Reference: Sheirton, Linda S. et al. “Ethical analysis of cases in occupational and physical therapy practices.” 2007. Medicine, Health and Philosophy. Vol 10: pp301-310.
This article discusses five different cases of misconduct or errors in OT and PT practices. They analyze each event in detail, its impact on the patient, practice and then suggest preventative strategies. Each case can be used as a standard in the profession for upholding principles found in the code of ethics. One such case was when a patient slipped from a wheelchair, broke her wrist and the incident was not reported. Not report an incident of omitting vital information in a chart is fraud. This also violated the principle of nonmaleficence. Since the accident was reported, the patient was not able to get her wrist splinted and treated right away. So aside from the error of not fastening the belt on the wheelchair, the OT was neglectful and fraudulent. The authors cite a voluntary reporting systems to alleviate this problem. By reporting and admitting her mistake, getting treatment for the patient right away, there would be a better outcome for both the practitioner and the client.
How I would use this in practice: A mistake is a lapse in judgement or unintentional oversight. OTs who report their mistakes can learn from them and should not be afraid punitive action since her mistake was not planned. Although the mistake was egregious, the ethics board may choose not to report her to the state. If it becomes a pattern, then she would be at risk to lose her license. However, if her performance is normally excellent and remains so after a period of probation, the AOTA may only censure her briefly. The board would expect her re-train herself on safety and practice taking precautions so that the error is not repeated again. If I saw a fall in a clinic, I would report it. I would also be mindful to double check patients who are frail. I saw in a rehab facility an wrist band in yellow with black letters that said “FALL RISK.” I would make sure each patient that was unsteady on their feet had this. Even small details like this arm band make a big difference. Above all, most of the OTs in this article seemed to be trying to do too many things at once or be overloaded. Taking time to double check and stay focused on one client at a time.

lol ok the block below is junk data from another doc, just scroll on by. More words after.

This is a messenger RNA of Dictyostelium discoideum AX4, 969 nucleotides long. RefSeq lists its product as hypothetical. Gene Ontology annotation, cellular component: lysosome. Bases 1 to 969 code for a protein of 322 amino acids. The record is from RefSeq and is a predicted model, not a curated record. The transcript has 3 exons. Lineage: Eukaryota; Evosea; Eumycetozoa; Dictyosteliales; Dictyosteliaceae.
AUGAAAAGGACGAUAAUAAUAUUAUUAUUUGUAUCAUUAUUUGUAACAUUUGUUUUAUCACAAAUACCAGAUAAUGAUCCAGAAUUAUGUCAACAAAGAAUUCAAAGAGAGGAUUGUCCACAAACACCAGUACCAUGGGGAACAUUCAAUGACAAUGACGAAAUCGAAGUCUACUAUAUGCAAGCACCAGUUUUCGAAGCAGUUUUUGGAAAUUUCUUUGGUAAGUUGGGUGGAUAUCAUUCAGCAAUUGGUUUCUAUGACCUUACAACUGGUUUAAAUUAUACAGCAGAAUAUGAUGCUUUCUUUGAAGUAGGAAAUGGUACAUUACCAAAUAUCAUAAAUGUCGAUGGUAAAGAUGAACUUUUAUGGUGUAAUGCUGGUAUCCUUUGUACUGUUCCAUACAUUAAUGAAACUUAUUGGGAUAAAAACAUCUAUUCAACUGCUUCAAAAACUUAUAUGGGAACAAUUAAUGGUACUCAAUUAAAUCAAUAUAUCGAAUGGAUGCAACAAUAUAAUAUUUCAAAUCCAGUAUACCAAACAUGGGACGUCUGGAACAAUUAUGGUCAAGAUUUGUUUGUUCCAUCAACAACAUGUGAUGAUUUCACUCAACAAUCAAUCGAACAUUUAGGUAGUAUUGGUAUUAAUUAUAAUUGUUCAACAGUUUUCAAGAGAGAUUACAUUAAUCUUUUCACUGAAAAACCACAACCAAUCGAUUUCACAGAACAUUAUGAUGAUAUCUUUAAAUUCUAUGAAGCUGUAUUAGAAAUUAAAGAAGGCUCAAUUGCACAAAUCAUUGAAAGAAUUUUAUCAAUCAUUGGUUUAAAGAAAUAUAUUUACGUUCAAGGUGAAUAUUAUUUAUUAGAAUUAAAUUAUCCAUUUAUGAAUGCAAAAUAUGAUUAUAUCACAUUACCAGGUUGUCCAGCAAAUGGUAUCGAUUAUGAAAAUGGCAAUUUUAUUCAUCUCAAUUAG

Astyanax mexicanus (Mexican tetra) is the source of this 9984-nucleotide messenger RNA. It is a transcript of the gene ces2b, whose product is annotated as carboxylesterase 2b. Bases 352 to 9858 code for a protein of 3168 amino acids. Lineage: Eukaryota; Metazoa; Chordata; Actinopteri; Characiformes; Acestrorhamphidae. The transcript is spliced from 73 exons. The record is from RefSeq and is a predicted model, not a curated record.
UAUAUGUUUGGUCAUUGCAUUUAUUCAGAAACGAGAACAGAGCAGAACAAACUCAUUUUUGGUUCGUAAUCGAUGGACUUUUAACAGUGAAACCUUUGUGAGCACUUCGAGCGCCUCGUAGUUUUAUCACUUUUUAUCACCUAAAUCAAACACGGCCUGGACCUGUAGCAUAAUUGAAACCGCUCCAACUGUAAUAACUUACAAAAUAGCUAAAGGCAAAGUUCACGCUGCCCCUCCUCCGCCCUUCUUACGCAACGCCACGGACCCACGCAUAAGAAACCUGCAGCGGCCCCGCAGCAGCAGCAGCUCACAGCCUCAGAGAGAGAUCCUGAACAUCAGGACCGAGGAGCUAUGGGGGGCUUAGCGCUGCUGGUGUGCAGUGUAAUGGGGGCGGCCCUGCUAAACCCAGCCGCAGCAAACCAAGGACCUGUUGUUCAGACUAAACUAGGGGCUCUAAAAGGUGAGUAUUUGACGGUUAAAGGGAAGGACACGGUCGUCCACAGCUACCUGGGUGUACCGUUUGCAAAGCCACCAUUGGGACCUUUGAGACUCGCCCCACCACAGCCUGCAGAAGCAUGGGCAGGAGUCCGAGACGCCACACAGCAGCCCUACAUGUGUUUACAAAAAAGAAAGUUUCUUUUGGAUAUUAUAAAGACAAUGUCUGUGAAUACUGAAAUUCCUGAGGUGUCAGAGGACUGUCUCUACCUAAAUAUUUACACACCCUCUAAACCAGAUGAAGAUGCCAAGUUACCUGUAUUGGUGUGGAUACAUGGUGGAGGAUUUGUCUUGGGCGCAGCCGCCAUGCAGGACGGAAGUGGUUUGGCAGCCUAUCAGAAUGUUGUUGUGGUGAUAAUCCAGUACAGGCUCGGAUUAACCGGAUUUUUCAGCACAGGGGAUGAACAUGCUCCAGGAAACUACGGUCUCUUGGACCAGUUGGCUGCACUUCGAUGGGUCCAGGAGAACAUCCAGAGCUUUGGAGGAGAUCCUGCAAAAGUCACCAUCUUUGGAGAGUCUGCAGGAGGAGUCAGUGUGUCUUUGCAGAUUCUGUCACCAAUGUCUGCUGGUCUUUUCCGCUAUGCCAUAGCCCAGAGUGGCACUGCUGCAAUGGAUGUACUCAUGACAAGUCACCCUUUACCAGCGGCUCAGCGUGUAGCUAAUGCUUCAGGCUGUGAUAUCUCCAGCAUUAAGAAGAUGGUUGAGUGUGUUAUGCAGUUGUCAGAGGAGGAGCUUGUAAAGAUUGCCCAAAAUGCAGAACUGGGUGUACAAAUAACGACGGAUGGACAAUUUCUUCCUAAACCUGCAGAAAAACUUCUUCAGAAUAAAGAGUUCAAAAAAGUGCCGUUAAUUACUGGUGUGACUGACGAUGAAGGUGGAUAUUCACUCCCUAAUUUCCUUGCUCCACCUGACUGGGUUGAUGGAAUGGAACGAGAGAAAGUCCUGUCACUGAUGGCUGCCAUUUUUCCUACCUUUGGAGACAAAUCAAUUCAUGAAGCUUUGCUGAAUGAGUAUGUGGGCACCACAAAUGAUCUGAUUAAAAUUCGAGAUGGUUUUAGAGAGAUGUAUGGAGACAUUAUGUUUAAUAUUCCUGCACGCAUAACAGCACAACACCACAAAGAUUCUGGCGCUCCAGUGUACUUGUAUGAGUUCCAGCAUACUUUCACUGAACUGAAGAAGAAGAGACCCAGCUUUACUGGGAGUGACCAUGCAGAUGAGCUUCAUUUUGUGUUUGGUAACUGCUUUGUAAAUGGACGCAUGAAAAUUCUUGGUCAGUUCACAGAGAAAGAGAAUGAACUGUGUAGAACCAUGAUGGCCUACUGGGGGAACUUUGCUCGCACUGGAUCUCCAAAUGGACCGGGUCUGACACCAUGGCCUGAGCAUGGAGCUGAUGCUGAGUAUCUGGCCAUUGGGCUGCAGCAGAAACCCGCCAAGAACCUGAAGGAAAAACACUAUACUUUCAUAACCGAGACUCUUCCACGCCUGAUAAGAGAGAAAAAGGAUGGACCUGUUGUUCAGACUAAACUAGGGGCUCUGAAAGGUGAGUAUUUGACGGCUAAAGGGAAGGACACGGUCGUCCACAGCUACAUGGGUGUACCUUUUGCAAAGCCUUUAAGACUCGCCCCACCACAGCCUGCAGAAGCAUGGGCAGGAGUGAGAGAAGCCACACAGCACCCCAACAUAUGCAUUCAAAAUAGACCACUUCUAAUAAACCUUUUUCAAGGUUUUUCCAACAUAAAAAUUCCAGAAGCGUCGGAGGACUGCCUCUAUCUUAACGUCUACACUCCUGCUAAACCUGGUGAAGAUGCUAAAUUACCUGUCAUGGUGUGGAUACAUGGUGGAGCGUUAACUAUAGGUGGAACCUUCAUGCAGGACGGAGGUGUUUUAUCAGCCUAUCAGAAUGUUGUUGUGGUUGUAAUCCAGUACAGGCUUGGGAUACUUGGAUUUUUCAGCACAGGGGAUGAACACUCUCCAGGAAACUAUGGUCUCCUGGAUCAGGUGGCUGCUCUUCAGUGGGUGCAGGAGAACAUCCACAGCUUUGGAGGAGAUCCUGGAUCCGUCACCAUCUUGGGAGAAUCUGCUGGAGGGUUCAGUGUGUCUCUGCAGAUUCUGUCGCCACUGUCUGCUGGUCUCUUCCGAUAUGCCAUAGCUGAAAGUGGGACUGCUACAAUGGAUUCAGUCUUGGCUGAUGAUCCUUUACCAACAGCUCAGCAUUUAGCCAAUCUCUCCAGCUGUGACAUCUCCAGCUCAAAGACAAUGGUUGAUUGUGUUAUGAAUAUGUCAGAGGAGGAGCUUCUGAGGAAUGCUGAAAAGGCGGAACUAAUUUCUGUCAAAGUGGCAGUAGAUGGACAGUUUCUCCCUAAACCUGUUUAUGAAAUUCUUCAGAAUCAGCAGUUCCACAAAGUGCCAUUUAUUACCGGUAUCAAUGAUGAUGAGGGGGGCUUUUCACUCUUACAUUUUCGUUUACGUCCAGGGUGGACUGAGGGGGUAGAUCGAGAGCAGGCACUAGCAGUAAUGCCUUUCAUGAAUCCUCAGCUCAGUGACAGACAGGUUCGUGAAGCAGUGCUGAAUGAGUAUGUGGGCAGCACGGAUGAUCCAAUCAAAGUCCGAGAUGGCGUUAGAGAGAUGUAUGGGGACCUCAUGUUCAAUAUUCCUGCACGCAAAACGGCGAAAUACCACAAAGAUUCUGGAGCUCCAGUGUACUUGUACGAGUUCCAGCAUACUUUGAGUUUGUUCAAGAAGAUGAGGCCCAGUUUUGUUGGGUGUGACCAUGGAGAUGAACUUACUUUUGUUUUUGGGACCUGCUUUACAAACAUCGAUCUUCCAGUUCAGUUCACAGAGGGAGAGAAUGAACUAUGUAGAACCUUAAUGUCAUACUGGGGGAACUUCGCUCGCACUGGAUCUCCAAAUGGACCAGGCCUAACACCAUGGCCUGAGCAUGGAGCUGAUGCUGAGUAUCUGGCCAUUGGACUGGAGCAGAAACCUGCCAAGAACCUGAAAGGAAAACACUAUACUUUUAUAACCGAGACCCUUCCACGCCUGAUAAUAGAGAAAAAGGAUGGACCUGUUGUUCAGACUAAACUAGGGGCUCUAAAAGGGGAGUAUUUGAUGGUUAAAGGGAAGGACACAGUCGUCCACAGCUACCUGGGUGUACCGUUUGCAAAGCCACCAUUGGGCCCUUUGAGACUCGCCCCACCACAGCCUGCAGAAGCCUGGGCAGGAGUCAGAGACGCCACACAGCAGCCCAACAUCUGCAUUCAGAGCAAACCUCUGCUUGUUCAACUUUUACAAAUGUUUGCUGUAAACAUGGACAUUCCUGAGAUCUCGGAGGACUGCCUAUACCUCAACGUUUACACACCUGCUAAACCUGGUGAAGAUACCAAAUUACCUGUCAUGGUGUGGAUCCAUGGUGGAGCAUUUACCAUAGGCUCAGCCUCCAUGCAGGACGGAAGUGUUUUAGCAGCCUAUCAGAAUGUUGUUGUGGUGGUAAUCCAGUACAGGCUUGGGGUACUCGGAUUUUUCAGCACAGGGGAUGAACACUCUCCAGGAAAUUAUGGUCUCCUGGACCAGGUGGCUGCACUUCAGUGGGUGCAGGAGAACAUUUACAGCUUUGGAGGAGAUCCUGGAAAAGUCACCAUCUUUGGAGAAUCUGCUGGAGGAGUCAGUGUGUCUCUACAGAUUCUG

Reference: Levack, William MM. “Ethics in goal planning for rehabilitation: a utilitarian perspective” Clinical Rehabilitation. 23. 4 (Apr 2009): pp345-51.
Summary: This article discusses approaching setting goals for clients using utilitarian principles. Essentially, the is a very pragmatic and economic approach that requires the OT to set goals based on the resources, time constraints, and ability to determine the maximum benefit for the patient. There are other factors that weigh heavily on setting goals such as right to autonomy, client factors and social justice. However, being practical and be very observant may stop the OT from setting goals that are out of reach. The author demonstrates that even the most skillful intervention methods will not improve impairments that haven’t responded to treatment. He supports the use of technology to help a client with performance. Furthermore, he explains that clients can also seek support from social groups of people who have similar limitations.
Use in my career: Utilitarianism is interesting in approach goals because it acknowledge the scope of occupational therapy. While I might wish my patient to have all normal capabilities in his life, it’s unethical to make full functionality a goal if it is unrealistic. For instance, a young girl who needed hand surgery because of infection was told by her doctor that she can no longer do gymnastics. She lost some muscle and nerve tissue and then came to the OT clinic. My goal for her would be to be back to function in all basic ADLs. In terms of athletics, I would encourage sports like soccer or swimming where she doesn’t need to put pressure on her hand. I would suggest she volunteer with the para-olympics as well as making friends with others who don’t do gymnastics. When I ask for her to comment on her progress, I would want her to be hopeful about having a happy, healthy and productive life despite the loss of strength. Moreover, in other cases, if progress is very fast, it may be possible to make the goal higher so as not to deter the client from continuing a fast paced recovery.